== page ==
While plenty of state schools get their mascot from the state nickname, Nebraska's situation is the opposite. In 1945, the state adopted the new nickname the Cornhusker State, replacing its previous nickname, the Tree Planters State, in honor of the nickname for the University of Nebraska football team. Corn is one of the state's major crops and was husked by hand by early settlers, earning Nebraskans the moniker "cornhuskers."
Nevada: The Battle Born State
While many people are familiar with Las Vegas' nickname, Sin City, they might not be familiar with the state of Nevada's official slogan. Nevada is known as the Battle Born State because it acquired statehood in the middle of the country's deadliest conflict. Nevada joined the Union in 1864 during the Civil War. This was a strategic move by the Union as the new state only had one-fifth of the population required for statehood but contributed soldiers, money and vital Congressional support for Abraham Lincoln's anti-slavery amendments to the Constitution.
New Hampshire: The Granite State
Despite the fact that less than half of New Hampshire's bedrock is actually made of granite, it's earned the nickname the Granite State due to its granite quarrying industry. Granite is the official state rock of New Hampshire.
New Jersey: The Garden State
Abraham Browning is credited with coining New Jersey's nickname, the Garden State, at the Philadelphia Centennial exhibition in 1876. He described the state as a barrel full of good things but open at both ends, allowing Pennsylvania and New York to reach in and grab resources. The name evolved to refer to the state's floral and agricultural produce.
New Mexico: The Land of Enchantment
New Mexico officially adopted the nickname the Land of Enchantment in 1999. New Mexico's Tourist Bureau decided on the phrase as a way to bring in tourism in the 1930s and 1940s.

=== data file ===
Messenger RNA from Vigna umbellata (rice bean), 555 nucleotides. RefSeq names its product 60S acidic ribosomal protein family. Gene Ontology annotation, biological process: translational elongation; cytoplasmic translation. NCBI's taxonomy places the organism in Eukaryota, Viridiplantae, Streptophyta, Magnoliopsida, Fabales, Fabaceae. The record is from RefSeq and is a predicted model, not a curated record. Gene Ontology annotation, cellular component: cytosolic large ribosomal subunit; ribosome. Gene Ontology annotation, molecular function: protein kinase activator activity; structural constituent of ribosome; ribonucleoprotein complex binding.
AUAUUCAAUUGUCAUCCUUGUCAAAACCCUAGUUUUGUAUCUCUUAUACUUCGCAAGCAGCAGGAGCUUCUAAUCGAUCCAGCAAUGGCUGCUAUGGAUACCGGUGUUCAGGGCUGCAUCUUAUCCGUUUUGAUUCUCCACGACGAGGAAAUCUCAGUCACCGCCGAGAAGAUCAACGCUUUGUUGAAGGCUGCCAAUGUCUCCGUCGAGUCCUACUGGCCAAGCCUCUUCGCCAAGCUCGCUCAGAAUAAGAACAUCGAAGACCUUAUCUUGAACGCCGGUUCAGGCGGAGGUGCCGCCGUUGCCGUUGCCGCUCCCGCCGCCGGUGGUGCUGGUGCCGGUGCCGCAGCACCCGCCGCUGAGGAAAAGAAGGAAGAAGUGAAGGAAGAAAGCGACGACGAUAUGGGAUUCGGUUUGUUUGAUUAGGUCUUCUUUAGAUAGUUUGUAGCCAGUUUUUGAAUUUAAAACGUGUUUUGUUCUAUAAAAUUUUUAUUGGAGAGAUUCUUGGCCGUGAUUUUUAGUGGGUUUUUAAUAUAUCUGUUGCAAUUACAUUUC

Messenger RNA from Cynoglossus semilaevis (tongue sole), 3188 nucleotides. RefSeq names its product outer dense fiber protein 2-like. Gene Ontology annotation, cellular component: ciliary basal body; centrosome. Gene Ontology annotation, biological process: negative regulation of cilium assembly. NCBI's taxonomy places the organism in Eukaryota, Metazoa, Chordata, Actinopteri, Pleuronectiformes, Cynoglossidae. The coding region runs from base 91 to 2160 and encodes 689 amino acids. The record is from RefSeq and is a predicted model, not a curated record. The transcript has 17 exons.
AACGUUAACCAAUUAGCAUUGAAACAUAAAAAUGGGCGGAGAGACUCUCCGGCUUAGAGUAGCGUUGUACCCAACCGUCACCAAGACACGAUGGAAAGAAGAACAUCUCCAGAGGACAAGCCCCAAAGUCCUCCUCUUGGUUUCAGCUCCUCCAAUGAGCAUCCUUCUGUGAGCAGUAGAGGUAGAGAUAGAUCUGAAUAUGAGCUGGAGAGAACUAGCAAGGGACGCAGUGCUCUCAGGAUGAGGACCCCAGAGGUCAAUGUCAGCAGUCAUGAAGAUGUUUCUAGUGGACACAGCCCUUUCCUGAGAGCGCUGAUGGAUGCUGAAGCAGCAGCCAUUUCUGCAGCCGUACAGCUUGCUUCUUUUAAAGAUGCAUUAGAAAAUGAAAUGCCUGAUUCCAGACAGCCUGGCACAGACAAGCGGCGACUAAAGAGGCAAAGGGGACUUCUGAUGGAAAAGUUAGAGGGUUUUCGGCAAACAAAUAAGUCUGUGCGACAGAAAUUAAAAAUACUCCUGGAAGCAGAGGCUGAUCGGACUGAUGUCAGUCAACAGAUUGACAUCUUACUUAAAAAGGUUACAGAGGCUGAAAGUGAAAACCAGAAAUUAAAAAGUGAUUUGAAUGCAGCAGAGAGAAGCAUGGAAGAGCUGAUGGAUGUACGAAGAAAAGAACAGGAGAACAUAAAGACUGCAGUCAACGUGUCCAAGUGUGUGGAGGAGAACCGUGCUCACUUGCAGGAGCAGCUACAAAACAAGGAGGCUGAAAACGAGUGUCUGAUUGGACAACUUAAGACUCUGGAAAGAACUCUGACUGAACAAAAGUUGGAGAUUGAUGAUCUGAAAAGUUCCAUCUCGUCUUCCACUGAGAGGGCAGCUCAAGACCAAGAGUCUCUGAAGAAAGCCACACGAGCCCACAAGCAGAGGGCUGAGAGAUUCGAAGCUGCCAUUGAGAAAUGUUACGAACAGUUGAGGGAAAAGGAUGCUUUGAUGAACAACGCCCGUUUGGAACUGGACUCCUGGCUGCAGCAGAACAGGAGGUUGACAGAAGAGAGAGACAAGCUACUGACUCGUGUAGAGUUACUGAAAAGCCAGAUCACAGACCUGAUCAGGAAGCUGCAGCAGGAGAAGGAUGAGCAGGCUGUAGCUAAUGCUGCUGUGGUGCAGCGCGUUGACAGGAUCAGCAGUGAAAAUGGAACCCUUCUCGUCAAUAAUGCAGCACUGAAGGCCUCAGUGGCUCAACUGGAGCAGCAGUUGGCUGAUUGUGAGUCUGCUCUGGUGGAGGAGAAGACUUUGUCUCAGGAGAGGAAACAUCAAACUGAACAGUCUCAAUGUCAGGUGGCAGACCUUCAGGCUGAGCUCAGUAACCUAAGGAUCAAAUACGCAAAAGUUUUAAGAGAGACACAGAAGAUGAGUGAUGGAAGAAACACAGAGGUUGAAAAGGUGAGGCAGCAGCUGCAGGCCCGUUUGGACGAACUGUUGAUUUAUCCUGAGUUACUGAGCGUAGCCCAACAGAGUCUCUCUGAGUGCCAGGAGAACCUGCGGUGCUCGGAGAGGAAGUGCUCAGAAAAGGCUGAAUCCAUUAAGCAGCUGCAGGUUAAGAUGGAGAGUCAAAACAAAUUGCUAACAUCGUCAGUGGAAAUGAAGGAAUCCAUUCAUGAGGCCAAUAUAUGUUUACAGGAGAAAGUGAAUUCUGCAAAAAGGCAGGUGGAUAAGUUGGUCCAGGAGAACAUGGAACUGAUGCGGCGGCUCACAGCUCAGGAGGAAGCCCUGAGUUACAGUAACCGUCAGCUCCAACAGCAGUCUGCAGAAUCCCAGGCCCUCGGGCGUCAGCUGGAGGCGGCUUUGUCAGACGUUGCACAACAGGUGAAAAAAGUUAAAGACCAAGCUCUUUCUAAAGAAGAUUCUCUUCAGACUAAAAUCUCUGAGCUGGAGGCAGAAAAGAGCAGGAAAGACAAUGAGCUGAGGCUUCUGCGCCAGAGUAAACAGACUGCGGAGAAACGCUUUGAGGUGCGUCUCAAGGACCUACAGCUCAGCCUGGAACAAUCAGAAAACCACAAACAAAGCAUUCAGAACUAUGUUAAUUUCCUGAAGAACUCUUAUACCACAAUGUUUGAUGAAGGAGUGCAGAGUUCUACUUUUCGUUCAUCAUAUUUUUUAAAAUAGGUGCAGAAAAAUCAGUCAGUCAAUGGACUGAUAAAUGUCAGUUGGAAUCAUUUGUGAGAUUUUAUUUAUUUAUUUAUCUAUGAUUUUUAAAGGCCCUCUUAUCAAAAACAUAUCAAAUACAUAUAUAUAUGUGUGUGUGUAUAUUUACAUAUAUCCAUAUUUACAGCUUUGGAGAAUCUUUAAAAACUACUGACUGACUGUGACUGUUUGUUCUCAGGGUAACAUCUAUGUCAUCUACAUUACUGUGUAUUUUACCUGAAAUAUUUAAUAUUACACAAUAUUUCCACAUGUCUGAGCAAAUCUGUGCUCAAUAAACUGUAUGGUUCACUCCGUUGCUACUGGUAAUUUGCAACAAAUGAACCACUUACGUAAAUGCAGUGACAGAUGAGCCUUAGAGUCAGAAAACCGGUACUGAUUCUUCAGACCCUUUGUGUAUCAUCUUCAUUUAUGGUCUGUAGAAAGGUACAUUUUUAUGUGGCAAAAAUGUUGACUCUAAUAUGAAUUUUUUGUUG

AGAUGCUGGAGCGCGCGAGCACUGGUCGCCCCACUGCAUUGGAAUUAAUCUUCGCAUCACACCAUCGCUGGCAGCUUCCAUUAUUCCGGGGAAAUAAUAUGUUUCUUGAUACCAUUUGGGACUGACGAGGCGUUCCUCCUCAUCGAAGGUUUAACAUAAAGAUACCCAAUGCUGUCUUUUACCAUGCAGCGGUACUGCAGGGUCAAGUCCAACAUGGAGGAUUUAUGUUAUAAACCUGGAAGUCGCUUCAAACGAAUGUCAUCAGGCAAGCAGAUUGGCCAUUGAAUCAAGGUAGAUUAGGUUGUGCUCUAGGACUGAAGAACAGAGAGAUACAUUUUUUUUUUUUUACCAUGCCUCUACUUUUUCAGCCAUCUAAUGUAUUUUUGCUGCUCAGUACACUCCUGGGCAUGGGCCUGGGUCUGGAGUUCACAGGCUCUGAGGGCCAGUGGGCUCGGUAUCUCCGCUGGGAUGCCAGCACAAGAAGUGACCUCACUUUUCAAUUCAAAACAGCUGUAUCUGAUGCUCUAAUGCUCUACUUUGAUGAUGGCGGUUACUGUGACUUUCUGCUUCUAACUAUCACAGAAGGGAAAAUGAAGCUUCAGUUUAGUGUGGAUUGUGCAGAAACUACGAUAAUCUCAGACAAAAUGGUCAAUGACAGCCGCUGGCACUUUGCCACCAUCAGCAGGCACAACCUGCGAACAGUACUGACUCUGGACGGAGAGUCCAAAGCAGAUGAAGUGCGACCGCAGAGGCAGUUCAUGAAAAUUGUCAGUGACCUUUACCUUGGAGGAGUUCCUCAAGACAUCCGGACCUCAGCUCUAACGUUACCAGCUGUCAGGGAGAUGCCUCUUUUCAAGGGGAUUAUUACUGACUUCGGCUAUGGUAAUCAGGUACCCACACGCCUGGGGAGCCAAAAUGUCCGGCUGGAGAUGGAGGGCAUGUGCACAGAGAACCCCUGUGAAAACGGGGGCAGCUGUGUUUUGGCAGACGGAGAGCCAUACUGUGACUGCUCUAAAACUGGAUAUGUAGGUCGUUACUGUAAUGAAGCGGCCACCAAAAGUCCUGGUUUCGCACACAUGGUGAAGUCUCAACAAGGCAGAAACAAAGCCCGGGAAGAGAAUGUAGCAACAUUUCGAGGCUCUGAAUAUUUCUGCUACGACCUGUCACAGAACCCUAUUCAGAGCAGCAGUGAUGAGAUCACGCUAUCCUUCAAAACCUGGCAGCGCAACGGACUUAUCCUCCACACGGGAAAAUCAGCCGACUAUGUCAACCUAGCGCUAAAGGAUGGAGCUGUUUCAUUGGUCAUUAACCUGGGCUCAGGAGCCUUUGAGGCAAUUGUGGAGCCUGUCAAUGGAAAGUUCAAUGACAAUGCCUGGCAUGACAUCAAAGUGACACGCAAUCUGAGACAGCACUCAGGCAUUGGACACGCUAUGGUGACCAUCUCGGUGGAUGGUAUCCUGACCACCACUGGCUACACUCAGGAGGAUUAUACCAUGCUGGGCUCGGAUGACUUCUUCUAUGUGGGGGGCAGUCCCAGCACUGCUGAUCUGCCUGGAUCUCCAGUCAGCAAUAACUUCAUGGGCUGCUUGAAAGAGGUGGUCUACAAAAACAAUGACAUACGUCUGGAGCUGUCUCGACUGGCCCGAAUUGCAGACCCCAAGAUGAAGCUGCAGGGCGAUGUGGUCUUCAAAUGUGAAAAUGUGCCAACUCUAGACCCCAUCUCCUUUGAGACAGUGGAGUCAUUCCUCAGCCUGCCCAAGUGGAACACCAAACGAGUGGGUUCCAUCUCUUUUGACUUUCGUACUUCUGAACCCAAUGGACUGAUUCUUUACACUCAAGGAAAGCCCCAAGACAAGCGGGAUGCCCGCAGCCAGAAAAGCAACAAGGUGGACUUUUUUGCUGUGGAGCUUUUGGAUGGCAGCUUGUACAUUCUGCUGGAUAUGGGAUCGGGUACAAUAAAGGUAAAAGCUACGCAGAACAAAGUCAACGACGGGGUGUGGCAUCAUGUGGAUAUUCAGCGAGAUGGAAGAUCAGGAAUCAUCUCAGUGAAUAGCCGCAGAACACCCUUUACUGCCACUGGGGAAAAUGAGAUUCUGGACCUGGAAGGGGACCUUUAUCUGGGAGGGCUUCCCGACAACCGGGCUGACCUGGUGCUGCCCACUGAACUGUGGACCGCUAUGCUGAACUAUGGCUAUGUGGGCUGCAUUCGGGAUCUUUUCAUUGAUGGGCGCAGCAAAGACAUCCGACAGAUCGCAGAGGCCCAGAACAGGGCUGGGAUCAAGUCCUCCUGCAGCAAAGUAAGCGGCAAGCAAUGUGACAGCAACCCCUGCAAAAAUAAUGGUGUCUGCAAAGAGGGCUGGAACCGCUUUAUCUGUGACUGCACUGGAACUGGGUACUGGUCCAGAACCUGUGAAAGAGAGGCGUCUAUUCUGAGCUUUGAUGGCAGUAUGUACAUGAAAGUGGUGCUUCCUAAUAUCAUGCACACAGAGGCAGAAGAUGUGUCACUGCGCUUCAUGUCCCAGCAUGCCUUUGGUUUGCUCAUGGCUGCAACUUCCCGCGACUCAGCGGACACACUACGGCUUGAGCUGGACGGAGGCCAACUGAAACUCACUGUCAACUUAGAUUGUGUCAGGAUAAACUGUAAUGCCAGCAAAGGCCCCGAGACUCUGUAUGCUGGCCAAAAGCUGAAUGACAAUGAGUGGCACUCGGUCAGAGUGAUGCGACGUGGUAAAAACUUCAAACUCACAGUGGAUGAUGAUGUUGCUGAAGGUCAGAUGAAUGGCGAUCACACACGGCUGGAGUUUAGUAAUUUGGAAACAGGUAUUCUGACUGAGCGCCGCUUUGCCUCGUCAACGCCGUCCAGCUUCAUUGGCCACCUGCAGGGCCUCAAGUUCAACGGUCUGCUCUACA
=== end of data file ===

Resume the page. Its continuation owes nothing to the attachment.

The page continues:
New York: The Empire State
While there's no clear reason why New York earned the nickname the Empire State, the term has been in popular use since at least the 19th century. This inspired many names of streets and buildings around the state, including the Empire State Building in New York City.
North Carolina: The Tar Heel State
North Carolina widely became known as the Tar Heel State because the state was a leading producer of tar and pitch for the naval industry in the 19th century. Calling someone a "tar heel" was a derogatory slang term meaning they were poor and working class. North Carolinians reclaimed the term around the Civil War as a point of pride, and it was eventually adopted as the mascot for the University of North Carolina.
North Dakota: The Peace Garden State
North Dakota's official nickname refers to the International Peace Garden on North Dakota's border with Manitoba, Canada. The state also has other nicknames, including the Roughrider State, a reference to Theodore Roosevelt, who famously spent time there throughout his life.
Ohio: The Buckeye State
The use of name "Buckeye" to refer to an Ohioan dates back to the 18th century. The people and the prolific plant became synonymous, especially after Ohioan William Henry Harrison ran for president. The nut of this tree was so named because its shape, size and color resemble a the eye of a buck deer. In 1953, the Buckeye State became Ohio's official nickname. It's also the name of one of the state's iconic treats.
Oklahoma: The Sooner State
Oklahoma's nickname is the Sooner State. In 1889, people rushed to central Oklahoma, where the U.S. government had made millions of acres of land available to settlers on a first-come, first-served basis. On April 22 of that year at noon, a pistol was fired to signal that people could make a mad dash to claim land - but some people had snuck into the area in advance and hid to be able to claim land "sooner" than the official start time. Previously a disparaging term, the nickname meaning was reversed 1908 when the University of Oklahoma named its football team the Sooners.
Bo Rader/Wichita Eagle/TNS
Oregon: The Beaver State
This Pacific Northwest state celebrates the beaver as the official state animal and the mascot for Oregon State University. Demand for beaver pelts is what drove trappers further west in the United States and ultimately led to Oregon joining the Union.
Pennsylvania: The Keystone State